Cowden disease

Also known as: Cowden syndrome; Multiple Hamartoma syndrome


Cowden disease (CD) is a rare inherited disorder which is characterised by multiple hamartomas (non-cancerous tumour-like growths) and an increased risk of a number of types of cancer a person may experience (see entry Cancer).

CD is named after the family of Rachel Cowden in whom the disorder was described in 1963. CD’s mode of inheritance was identified in 1972 and the alternative name of multiple hamartoma syndrome was suggested.

It is estimated that CD affects 1 in 250,000 individuals, but is probably underdiagnosed. Both males and females are affected by CD. Onset is usually by the late twenties. CD is caused by mutation in a gene called PTEN, this is a tumour suppressor gene on Chromosome 10.


Medical text written September 2004 by Contact a Family. Approved September 2004 by Dr D Hargrave. Last updated September 2011 by Dr D Hargrave, Consultant Paediatric Oncologist, Great Ormond Street Hospital for Children, London, UK.

What are the symptoms?

Features of CD may include:

  • hamartomas most commonly to be found on the skin and mucous membranes (lining of passages that open to outside the body), such as the lining of the mouth and nose but also in the intestines and other parts of the body
  • non-cancerous tumours of the breast and thyroid (a small gland in the neck)
  • increased likelihood of breast, thyroid and endometrial (mucous membrane lining of the uterus) cancers. Males are more likely to develop thyroid cancer and females are more likely to develop breast cancer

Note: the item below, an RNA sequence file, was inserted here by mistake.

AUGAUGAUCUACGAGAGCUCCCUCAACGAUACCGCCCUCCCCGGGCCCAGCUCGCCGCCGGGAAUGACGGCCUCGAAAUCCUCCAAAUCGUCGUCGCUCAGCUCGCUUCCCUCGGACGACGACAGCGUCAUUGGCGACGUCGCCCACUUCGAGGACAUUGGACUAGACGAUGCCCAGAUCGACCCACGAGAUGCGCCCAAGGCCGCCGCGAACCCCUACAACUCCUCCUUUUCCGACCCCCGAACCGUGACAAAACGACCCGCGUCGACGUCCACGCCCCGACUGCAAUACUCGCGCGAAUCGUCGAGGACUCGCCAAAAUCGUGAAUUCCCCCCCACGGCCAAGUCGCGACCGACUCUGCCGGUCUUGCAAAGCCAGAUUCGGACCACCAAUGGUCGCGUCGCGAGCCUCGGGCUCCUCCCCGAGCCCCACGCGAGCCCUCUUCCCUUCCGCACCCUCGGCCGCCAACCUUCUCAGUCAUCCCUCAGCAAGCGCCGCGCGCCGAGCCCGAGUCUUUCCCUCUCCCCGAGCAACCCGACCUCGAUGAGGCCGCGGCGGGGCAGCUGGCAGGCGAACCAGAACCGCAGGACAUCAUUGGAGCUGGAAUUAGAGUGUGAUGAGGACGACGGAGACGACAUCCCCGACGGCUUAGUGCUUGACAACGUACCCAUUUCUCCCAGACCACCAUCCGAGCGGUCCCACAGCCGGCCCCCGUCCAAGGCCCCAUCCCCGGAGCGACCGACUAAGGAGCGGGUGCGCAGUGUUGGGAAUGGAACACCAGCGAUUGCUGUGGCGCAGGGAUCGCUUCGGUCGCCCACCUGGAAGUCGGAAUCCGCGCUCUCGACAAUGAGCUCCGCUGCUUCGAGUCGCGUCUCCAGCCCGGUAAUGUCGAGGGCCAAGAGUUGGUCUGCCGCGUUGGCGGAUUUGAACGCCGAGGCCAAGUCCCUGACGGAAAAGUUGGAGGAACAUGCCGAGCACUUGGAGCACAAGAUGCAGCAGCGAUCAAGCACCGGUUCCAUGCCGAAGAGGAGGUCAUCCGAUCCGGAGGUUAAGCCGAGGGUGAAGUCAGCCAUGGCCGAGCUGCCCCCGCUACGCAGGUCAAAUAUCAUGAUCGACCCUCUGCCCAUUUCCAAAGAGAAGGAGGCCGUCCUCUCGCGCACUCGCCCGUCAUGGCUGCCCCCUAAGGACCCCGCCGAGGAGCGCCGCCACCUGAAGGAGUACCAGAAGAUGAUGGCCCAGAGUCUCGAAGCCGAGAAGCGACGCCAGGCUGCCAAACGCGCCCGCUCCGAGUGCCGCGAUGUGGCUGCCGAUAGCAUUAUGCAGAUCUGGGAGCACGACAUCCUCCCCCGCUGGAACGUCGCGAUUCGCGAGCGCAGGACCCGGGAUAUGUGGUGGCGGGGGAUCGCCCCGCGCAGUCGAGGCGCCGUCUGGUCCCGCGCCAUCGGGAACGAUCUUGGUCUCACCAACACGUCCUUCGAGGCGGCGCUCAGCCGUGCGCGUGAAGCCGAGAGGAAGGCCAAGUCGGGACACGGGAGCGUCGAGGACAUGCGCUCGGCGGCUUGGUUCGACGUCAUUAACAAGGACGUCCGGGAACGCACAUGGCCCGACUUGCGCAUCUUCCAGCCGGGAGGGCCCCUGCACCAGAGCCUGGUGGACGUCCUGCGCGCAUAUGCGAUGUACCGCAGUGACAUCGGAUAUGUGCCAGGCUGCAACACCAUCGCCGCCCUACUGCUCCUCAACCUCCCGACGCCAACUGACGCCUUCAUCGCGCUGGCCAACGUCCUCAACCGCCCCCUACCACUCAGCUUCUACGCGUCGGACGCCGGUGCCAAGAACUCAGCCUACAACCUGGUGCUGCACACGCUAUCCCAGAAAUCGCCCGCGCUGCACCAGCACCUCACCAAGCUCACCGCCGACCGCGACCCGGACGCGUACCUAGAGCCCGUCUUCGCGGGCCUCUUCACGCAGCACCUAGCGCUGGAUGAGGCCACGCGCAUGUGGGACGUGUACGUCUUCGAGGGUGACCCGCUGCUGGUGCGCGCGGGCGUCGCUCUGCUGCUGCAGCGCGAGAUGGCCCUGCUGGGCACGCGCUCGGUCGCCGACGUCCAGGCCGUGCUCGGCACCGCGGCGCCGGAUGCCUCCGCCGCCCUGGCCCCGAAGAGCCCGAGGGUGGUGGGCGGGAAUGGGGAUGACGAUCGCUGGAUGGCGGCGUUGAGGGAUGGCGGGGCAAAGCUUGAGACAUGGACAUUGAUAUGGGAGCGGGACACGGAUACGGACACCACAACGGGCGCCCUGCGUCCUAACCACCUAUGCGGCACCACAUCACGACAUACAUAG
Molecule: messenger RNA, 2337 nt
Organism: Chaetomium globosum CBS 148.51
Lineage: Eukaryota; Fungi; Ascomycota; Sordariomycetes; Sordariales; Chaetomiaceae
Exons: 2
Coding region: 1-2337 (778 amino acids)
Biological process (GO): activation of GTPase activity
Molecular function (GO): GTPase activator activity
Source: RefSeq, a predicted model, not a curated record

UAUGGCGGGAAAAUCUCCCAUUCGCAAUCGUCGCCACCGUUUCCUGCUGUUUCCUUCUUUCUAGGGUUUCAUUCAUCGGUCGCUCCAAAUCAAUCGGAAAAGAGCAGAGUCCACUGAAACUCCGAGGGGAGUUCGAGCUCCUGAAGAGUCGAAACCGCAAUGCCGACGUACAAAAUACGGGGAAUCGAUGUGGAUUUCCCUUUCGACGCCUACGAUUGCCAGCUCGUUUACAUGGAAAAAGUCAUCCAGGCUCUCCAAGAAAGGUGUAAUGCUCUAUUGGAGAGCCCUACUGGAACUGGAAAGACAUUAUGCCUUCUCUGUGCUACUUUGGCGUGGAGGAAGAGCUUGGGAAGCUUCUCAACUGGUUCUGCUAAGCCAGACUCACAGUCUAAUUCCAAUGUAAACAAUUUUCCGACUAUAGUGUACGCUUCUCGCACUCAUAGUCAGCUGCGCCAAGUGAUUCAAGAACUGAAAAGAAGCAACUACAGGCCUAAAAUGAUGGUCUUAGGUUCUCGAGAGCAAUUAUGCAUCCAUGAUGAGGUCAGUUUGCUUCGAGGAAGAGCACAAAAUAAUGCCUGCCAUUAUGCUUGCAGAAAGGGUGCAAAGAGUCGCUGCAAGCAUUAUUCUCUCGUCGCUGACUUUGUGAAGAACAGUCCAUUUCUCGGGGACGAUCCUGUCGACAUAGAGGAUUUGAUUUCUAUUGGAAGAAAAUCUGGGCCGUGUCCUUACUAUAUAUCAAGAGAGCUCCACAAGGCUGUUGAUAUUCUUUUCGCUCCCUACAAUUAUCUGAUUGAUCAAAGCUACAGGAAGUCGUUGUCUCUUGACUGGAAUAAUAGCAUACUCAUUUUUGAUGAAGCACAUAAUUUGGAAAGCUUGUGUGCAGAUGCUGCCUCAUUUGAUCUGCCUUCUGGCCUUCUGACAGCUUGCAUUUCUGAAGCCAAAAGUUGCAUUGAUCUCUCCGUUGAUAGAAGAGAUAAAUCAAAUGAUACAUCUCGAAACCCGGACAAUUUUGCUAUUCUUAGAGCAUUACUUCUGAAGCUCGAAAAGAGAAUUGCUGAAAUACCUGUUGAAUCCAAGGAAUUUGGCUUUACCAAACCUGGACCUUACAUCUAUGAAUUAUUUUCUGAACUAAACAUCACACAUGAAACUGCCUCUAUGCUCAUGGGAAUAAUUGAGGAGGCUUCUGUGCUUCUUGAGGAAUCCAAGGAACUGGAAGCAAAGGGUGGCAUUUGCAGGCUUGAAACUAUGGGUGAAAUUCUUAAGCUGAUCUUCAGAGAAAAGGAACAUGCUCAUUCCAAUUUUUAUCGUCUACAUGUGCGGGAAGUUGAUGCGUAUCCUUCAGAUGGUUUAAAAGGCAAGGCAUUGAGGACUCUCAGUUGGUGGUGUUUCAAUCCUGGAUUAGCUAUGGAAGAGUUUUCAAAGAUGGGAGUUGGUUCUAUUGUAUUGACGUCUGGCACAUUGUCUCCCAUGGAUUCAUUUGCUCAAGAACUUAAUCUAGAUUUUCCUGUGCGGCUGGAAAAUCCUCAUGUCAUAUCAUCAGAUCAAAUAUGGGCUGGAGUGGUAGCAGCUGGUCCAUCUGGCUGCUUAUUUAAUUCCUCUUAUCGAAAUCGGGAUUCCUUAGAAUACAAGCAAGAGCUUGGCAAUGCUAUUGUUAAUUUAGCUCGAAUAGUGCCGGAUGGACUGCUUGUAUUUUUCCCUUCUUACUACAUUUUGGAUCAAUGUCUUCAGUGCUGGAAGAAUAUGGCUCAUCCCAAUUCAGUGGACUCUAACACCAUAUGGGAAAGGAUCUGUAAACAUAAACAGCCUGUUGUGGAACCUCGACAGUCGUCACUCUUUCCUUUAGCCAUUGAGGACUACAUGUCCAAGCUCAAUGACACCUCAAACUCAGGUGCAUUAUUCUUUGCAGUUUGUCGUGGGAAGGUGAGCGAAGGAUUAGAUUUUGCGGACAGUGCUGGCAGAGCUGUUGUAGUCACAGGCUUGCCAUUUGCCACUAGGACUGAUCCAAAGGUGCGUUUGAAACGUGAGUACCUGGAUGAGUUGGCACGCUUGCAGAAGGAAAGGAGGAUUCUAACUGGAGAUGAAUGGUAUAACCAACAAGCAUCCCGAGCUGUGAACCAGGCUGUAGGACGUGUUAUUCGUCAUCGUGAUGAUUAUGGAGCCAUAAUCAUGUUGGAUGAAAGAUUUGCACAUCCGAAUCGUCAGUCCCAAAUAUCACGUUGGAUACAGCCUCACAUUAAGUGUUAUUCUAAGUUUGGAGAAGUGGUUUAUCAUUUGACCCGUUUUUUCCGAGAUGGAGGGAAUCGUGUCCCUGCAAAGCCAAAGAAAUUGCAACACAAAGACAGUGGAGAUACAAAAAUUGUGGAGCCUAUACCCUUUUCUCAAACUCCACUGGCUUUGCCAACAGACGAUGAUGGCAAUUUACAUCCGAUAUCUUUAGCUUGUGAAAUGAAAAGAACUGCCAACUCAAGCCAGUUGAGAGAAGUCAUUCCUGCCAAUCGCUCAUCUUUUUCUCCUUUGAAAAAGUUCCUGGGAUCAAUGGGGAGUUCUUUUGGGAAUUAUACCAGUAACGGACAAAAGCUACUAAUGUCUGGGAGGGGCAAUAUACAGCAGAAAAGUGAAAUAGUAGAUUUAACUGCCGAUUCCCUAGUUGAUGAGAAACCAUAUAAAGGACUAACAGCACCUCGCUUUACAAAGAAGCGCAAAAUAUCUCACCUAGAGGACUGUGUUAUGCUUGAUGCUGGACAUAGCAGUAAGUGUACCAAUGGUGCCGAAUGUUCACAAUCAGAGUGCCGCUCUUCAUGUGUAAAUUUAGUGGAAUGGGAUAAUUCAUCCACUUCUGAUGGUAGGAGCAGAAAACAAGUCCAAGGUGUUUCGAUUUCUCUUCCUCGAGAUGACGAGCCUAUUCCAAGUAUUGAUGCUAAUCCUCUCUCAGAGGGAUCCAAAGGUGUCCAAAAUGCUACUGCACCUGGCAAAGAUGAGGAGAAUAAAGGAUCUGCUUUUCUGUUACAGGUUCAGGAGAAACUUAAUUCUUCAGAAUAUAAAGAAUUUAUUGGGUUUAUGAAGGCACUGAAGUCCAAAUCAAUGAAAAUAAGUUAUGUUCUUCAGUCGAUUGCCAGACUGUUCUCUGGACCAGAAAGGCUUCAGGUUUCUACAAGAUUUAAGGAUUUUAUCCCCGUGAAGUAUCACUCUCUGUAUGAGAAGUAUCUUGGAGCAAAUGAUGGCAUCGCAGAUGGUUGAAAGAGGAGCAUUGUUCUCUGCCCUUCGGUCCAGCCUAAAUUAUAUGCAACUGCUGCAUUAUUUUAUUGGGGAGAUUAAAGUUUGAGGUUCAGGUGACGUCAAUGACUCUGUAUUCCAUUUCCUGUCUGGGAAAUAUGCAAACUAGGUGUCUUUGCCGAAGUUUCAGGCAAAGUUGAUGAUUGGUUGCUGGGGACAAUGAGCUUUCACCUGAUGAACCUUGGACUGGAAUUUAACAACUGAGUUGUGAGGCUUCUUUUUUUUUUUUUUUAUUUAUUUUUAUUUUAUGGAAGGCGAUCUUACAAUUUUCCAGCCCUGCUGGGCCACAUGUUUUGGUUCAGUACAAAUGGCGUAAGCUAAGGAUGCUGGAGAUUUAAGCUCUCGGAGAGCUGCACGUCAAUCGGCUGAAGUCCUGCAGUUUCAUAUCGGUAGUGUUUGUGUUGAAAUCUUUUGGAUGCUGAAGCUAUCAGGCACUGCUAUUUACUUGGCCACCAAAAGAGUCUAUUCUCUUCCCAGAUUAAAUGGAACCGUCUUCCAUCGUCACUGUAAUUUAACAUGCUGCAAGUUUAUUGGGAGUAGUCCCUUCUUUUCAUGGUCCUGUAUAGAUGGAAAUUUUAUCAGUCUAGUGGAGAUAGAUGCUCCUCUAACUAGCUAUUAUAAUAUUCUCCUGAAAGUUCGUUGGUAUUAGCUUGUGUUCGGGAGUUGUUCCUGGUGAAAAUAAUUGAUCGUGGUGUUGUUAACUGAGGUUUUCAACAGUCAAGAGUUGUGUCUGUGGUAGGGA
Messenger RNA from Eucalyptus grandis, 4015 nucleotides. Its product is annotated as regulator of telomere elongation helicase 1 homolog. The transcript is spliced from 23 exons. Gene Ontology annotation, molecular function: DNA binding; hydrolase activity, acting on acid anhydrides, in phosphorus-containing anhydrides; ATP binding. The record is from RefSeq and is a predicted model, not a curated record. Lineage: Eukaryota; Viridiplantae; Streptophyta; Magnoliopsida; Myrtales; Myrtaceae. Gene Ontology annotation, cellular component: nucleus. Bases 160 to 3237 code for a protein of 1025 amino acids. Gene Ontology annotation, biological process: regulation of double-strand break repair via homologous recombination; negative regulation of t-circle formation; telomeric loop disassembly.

• macrocephaly (increased head size)
  • learning disability
  • Lhermitte-Duclos disease – presence of a cerebellar dysplastic gangliocytoma (a type of benign brain tumour).

How is it diagnosed?

Diagnosis of CD is based on identification of the distinctive skin features of the disorder. Individuals with CD need to be regularly screened for cancers.

How is it treated?

The main component of management is based on early detection, by screening, of cancerous lesions (tissue) with the appropriate surgical and oncological treatment depending on type and stage (how progressed the cancer is). For benign (non-cancerous) skin lesions, treatment options may include oral retinoids, chemical peels, laser resurfacing, surgery and shave excisions (cutting the lesion with a blade), dependent of the expert advice of a dermatologist.

Clinical trials are on-going evaluating the use of mTOR inhibition which targets the underlying abnormal pathway associated with CD.

Inheritance patterns and prenatal diagnosis

Inheritance patterns
CD is inherited in an autosomal dominant manner.

Prenatal diagnosis
This is possible by chorionic villus sampling (CVS) at about ten to 12 weeks or amniocentesis at 16 to 18 weeks if the mutation of the PTEN gene affecting the family is known.

Is there support?

There is no support group for Cowden disease in the UK. Cross referrals to other entries in The Contact a Family Directory are intended to provide relevant support for those particular features of the disorder. Organisations identified in those entries do not provide support specifically for Cowden disease.

Families can use Contact’s freephone helpline for advice, information and, where possible, links to other families. You can also connect with other families in our closed Facebook group

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